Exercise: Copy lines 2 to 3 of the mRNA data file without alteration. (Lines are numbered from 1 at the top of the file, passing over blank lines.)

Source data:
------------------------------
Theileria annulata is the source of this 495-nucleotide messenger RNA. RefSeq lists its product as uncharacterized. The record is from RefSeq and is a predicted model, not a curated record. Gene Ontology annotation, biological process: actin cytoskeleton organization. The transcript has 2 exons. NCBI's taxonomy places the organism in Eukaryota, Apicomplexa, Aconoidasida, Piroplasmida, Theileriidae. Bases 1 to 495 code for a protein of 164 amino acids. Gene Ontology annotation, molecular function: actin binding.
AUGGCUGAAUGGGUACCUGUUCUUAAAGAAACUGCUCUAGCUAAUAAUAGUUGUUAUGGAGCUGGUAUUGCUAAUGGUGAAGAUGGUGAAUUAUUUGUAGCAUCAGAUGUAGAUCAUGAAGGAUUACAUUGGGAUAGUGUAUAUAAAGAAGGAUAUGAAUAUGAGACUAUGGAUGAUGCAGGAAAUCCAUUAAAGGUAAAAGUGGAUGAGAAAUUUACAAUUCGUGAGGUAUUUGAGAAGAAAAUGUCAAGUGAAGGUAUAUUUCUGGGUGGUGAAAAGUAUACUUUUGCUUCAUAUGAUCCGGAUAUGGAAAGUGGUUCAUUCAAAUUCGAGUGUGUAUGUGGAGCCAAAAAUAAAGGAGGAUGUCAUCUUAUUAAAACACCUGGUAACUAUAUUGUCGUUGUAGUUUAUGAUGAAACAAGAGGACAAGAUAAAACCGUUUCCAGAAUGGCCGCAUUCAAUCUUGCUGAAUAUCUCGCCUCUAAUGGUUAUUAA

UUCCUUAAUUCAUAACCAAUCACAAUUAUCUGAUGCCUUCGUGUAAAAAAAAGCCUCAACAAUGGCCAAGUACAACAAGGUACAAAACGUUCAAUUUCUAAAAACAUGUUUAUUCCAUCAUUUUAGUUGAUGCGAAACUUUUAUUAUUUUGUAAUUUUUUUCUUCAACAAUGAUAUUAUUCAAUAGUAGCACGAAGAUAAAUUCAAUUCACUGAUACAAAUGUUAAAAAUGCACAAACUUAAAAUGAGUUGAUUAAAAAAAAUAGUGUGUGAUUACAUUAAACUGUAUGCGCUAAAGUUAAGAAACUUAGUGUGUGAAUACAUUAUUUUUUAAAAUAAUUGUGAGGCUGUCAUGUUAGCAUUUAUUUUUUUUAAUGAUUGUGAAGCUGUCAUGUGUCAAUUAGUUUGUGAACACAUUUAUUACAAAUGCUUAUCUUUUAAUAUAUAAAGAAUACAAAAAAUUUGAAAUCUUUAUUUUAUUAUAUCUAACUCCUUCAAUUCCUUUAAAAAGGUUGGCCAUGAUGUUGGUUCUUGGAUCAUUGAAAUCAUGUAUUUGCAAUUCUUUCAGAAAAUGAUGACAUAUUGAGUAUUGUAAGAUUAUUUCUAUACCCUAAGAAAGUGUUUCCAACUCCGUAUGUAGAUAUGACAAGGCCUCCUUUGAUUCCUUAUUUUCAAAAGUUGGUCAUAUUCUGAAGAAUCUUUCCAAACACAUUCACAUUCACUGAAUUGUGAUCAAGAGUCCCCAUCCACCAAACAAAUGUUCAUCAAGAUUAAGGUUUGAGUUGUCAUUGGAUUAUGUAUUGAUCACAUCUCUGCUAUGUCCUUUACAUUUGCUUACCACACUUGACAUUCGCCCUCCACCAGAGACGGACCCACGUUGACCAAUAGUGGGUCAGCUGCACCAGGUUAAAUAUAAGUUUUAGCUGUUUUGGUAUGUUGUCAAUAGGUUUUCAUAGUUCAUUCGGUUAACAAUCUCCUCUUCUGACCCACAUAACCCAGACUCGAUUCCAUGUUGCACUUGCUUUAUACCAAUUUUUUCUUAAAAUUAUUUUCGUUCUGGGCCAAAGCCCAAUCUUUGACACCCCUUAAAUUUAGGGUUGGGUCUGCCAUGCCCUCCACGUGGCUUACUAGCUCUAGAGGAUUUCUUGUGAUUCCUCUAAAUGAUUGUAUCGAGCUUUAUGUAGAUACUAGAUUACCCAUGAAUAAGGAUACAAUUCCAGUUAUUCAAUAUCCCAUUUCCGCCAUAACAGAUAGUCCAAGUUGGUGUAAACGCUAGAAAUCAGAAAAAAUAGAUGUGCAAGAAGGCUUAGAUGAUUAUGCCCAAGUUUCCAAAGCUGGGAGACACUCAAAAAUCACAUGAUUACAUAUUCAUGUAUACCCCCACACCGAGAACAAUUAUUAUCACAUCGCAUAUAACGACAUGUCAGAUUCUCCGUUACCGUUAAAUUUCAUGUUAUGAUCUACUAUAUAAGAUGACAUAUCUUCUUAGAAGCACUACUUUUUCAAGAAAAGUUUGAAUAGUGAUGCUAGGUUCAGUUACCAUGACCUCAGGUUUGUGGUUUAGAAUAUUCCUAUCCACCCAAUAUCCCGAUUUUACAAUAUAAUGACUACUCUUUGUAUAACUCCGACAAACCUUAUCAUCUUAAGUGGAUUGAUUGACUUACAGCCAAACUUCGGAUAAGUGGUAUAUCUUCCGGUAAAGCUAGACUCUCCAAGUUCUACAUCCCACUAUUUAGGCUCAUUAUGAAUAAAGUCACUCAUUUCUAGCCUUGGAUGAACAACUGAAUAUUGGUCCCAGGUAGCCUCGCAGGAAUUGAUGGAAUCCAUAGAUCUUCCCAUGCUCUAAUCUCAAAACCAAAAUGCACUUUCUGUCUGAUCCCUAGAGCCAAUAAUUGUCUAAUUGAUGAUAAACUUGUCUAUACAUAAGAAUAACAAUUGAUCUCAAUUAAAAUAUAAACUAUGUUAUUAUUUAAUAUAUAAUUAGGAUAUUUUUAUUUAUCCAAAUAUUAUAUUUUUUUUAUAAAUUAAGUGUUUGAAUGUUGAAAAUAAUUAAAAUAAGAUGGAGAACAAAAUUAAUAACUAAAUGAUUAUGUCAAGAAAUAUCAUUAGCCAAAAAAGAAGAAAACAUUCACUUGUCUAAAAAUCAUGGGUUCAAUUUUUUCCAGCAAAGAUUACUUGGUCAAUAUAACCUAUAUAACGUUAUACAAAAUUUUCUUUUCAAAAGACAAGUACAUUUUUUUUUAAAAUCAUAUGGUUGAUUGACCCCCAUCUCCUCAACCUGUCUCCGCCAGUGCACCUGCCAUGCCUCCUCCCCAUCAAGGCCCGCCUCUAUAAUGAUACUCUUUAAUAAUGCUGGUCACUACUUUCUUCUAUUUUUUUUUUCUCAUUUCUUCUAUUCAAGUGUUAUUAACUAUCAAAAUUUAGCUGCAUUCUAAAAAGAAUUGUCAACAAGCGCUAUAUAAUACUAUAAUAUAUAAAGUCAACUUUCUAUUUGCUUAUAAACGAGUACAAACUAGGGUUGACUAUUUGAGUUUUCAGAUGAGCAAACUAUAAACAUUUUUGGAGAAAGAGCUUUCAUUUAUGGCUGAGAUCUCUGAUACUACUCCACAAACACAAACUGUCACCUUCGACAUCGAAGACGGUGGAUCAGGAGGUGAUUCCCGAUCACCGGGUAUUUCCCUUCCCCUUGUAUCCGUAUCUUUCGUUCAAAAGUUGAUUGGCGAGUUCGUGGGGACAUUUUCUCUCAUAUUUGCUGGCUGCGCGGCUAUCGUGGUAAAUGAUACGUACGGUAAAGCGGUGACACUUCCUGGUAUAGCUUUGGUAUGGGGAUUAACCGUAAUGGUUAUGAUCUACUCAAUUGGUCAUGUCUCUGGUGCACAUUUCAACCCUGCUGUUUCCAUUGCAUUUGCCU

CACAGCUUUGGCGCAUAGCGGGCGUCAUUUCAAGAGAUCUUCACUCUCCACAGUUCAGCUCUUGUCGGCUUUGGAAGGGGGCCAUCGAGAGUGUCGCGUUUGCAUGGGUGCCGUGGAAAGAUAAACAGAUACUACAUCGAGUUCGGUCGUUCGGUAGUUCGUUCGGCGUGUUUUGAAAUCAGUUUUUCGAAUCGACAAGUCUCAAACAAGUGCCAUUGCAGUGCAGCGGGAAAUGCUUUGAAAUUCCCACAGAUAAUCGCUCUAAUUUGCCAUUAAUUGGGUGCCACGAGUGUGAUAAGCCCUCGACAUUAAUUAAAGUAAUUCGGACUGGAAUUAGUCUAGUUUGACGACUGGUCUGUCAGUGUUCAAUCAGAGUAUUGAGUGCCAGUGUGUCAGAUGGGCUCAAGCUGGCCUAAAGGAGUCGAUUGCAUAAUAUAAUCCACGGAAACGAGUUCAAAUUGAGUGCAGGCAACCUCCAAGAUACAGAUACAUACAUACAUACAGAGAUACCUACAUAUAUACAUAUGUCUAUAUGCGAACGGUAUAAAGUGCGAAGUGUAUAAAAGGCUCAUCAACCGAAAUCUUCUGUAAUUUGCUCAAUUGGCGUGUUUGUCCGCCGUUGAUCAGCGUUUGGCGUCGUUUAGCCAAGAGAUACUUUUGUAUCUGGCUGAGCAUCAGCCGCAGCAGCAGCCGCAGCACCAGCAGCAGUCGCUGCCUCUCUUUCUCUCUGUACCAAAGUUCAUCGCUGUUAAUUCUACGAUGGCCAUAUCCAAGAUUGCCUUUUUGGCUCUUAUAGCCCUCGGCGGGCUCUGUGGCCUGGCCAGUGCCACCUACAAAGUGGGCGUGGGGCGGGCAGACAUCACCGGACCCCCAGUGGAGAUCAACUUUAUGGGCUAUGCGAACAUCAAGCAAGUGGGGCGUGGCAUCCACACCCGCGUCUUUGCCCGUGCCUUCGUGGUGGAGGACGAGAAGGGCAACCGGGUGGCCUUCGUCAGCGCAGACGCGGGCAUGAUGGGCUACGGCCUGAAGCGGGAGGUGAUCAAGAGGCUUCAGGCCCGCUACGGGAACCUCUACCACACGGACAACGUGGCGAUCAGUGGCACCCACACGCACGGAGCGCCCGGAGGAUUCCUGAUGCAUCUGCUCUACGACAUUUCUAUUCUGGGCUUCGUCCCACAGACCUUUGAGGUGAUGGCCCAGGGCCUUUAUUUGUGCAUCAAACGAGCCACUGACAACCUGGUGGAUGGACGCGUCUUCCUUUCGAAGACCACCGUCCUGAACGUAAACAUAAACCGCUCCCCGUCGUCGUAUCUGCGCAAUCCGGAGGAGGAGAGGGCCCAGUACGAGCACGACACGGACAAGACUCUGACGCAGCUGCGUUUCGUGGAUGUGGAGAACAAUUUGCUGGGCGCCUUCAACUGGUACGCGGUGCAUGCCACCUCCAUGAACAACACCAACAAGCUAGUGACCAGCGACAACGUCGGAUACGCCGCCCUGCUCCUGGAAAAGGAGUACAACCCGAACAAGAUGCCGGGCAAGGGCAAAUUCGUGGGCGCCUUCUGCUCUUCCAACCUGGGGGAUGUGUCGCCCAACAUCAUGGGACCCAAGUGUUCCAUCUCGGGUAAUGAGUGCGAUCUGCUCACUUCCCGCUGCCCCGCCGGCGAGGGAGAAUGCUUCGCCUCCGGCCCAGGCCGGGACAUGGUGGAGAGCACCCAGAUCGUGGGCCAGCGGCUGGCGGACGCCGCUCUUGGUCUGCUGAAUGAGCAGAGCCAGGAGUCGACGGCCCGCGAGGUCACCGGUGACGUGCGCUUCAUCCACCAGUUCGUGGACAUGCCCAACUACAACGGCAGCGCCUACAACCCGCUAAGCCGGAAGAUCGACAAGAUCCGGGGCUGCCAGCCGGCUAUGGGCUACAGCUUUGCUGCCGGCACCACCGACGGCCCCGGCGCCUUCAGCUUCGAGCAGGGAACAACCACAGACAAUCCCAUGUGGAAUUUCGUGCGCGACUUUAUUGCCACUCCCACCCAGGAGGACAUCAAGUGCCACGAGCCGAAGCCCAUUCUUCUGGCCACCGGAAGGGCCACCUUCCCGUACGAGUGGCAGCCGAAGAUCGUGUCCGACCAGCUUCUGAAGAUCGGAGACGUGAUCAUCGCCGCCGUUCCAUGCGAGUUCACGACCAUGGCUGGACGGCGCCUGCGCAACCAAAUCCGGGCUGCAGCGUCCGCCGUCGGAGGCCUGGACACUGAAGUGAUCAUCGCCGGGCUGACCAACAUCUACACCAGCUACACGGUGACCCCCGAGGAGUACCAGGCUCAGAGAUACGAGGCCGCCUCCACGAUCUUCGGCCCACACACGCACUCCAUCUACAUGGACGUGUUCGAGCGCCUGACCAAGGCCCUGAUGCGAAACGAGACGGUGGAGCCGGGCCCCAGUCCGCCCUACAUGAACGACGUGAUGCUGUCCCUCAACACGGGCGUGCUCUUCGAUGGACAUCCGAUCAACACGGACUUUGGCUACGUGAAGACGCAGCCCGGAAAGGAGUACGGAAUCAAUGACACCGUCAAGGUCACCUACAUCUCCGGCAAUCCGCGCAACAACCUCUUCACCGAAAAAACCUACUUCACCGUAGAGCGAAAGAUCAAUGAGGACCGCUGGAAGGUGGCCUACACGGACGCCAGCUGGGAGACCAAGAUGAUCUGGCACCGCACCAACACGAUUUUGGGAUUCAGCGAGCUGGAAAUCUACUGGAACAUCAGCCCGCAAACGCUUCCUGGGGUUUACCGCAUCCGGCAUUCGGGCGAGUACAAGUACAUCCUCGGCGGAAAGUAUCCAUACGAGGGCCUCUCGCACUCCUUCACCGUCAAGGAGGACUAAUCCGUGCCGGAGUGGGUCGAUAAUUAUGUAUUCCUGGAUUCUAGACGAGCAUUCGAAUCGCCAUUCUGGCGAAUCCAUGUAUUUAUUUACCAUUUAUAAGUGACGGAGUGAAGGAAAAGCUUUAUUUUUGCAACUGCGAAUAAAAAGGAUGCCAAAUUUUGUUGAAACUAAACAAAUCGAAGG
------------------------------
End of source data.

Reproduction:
AUGGCUGAAUGGGUACCUGUUCUUAAAGAAACUGCUCUAGCUAAUAAUAGUUGUUAUGGAGCUGGUAUUGCUAAUGGUGAAGAUGGUGAAUUAUUUGUAGCAUCAGAUGUAGAUCAUGAAGGAUUACAUUGGGAUAGUGUAUAUAAAGAAGGAUAUGAAUAUGAGACUAUGGAUGAUGCAGGAAAUCCAUUAAAGGUAAAAGUGGAUGAGAAAUUUACAAUUCGUGAGGUAUUUGAGAAGAAAAUGUCAAGUGAAGGUAUAUUUCUGGGUGGUGAAAAGUAUACUUUUGCUUCAUAUGAUCCGGAUAUGGAAAGUGGUUCAUUCAAAUUCGAGUGUGUAUGUGGAGCCAAAAAUAAAGGAGGAUGUCAUCUUAUUAAAACACCUGGUAACUAUAUUGUCGUUGUAGUUUAUGAUGAAACAAGAGGACAAGAUAAAACCGUUUCCAGAAUGGCCGCAUUCAAUCUUGCUGAAUAUCUCGCCUCUAAUGGUUAUUAA

UUCCUUAAUUCAUAACCAAUCACAAUUAUCUGAUGCCUUCGUGUAAAAAAAAGCCUCAACAAUGGCCAAGUACAACAAGGUACAAAACGUUCAAUUUCUAAAAACAUGUUUAUUCCAUCAUUUUAGUUGAUGCGAAACUUUUAUUAUUUUGUAAUUUUUUUCUUCAACAAUGAUAUUAUUCAAUAGUAGCACGAAGAUAAAUUCAAUUCACUGAUACAAAUGUUAAAAAUGCACAAACUUAAAAUGAGUUGAUUAAAAAAAAUAGUGUGUGAUUACAUUAAACUGUAUGCGCUAAAGUUAAGAAACUUAGUGUGUGAAUACAUUAUUUUUUAAAAUAAUUGUGAGGCUGUCAUGUUAGCAUUUAUUUUUUUUAAUGAUUGUGAAGCUGUCAUGUGUCAAUUAGUUUGUGAACACAUUUAUUACAAAUGCUUAUCUUUUAAUAUAUAAAGAAUACAAAAAAUUUGAAAUCUUUAUUUUAUUAUAUCUAACUCCUUCAAUUCCUUUAAAAAGGUUGGCCAUGAUGUUGGUUCUUGGAUCAUUGAAAUCAUGUAUUUGCAAUUCUUUCAGAAAAUGAUGACAUAUUGAGUAUUGUAAGAUUAUUUCUAUACCCUAAGAAAGUGUUUCCAACUCCGUAUGUAGAUAUGACAAGGCCUCCUUUGAUUCCUUAUUUUCAAAAGUUGGUCAUAUUCUGAAGAAUCUUUCCAAACACAUUCACAUUCACUGAAUUGUGAUCAAGAGUCCCCAUCCACCAAACAAAUGUUCAUCAAGAUUAAGGUUUGAGUUGUCAUUGGAUUAUGUAUUGAUCACAUCUCUGCUAUGUCCUUUACAUUUGCUUACCACACUUGACAUUCGCCCUCCACCAGAGACGGACCCACGUUGACCAAUAGUGGGUCAGCUGCACCAGGUUAAAUAUAAGUUUUAGCUGUUUUGGUAUGUUGUCAAUAGGUUUUCAUAGUUCAUUCGGUUAACAAUCUCCUCUUCUGACCCACAUAACCCAGACUCGAUUCCAUGUUGCACUUGCUUUAUACCAAUUUUUUCUUAAAAUUAUUUUCGUUCUGGGCCAAAGCCCAAUCUUUGACACCCCUUAAAUUUAGGGUUGGGUCUGCCAUGCCCUCCACGUGGCUUACUAGCUCUAGAGGAUUUCUUGUGAUUCCUCUAAAUGAUUGUAUCGAGCUUUAUGUAGAUACUAGAUUACCCAUGAAUAAGGAUACAAUUCCAGUUAUUCAAUAUCCCAUUUCCGCCAUAACAGAUAGUCCAAGUUGGUGUAAACGCUAGAAAUCAGAAAAAAUAGAUGUGCAAGAAGGCUUAGAUGAUUAUGCCCAAGUUUCCAAAGCUGGGAGACACUCAAAAAUCACAUGAUUACAUAUUCAUGUAUACCCCCACACCGAGAACAAUUAUUAUCACAUCGCAUAUAACGACAUGUCAGAUUCUCCGUUACCGUUAAAUUUCAUGUUAUGAUCUACUAUAUAAGAUGACAUAUCUUCUUAGAAGCACUACUUUUUCAAGAAAAGUUUGAAUAGUGAUGCUAGGUUCAGUUACCAUGACCUCAGGUUUGUGGUUUAGAAUAUUCCUAUCCACCCAAUAUCCCGAUUUUACAAUAUAAUGACUACUCUUUGUAUAACUCCGACAAACCUUAUCAUCUUAAGUGGAUUGAUUGACUUACAGCCAAACUUCGGAUAAGUGGUAUAUCUUCCGGUAAAGCUAGACUCUCCAAGUUCUACAUCCCACUAUUUAGGCUCAUUAUGAAUAAAGUCACUCAUUUCUAGCCUUGGAUGAACAACUGAAUAUUGGUCCCAGGUAGCCUCGCAGGAAUUGAUGGAAUCCAUAGAUCUUCCCAUGCUCUAAUCUCAAAACCAAAAUGCACUUUCUGUCUGAUCCCUAGAGCCAAUAAUUGUCUAAUUGAUGAUAAACUUGUCUAUACAUAAGAAUAACAAUUGAUCUCAAUUAAAAUAUAAACUAUGUUAUUAUUUAAUAUAUAAUUAGGAUAUUUUUAUUUAUCCAAAUAUUAUAUUUUUUUUAUAAAUUAAGUGUUUGAAUGUUGAAAAUAAUUAAAAUAAGAUGGAGAACAAAAUUAAUAACUAAAUGAUUAUGUCAAGAAAUAUCAUUAGCCAAAAAAGAAGAAAACAUUCACUUGUCUAAAAAUCAUGGGUUCAAUUUUUUCCAGCAAAGAUUACUUGGUCAAUAUAACCUAUAUAACGUUAUACAAAAUUUUCUUUUCAAAAGACAAGUACAUUUUUUUUUAAAAUCAUAUGGUUGAUUGACCCCCAUCUCCUCAACCUGUCUCCGCCAGUGCACCUGCCAUGCCUCCUCCCCAUCAAGGCCCGCCUCUAUAAUGAUACUCUUUAAUAAUGCUGGUCACUACUUUCUUCUAUUUUUUUUUUCUCAUUUCUUCUAUUCAAGUGUUAUUAACUAUCAAAAUUUAGCUGCAUUCUAAAAAGAAUUGUCAACAAGCGCUAUAUAAUACUAUAAUAUAUAAAGUCAACUUUCUAUUUGCUUAUAAACGAGUACAAACUAGGGUUGACUAUUUGAGUUUUCAGAUGAGCAAACUAUAAACAUUUUUGGAGAAAGAGCUUUCAUUUAUGGCUGAGAUCUCUGAUACUACUCCACAAACACAAACUGUCACCUUCGACAUCGAAGACGGUGGAUCAGGAGGUGAUUCCCGAUCACCGGGUAUUUCCCUUCCCCUUGUAUCCGUAUCUUUCGUUCAAAAGUUGAUUGGCGAGUUCGUGGGGACAUUUUCUCUCAUAUUUGCUGGCUGCGCGGCUAUCGUGGUAAAUGAUACGUACGGUAAAGCGGUGACACUUCCUGGUAUAGCUUUGGUAUGGGGAUUAACCGUAAUGGUUAUGAUCUACUCAAUUGGUCAUGUCUCUGGUGCACAUUUCAACCCUGCUGUUUCCAUUGCAUUUGCCU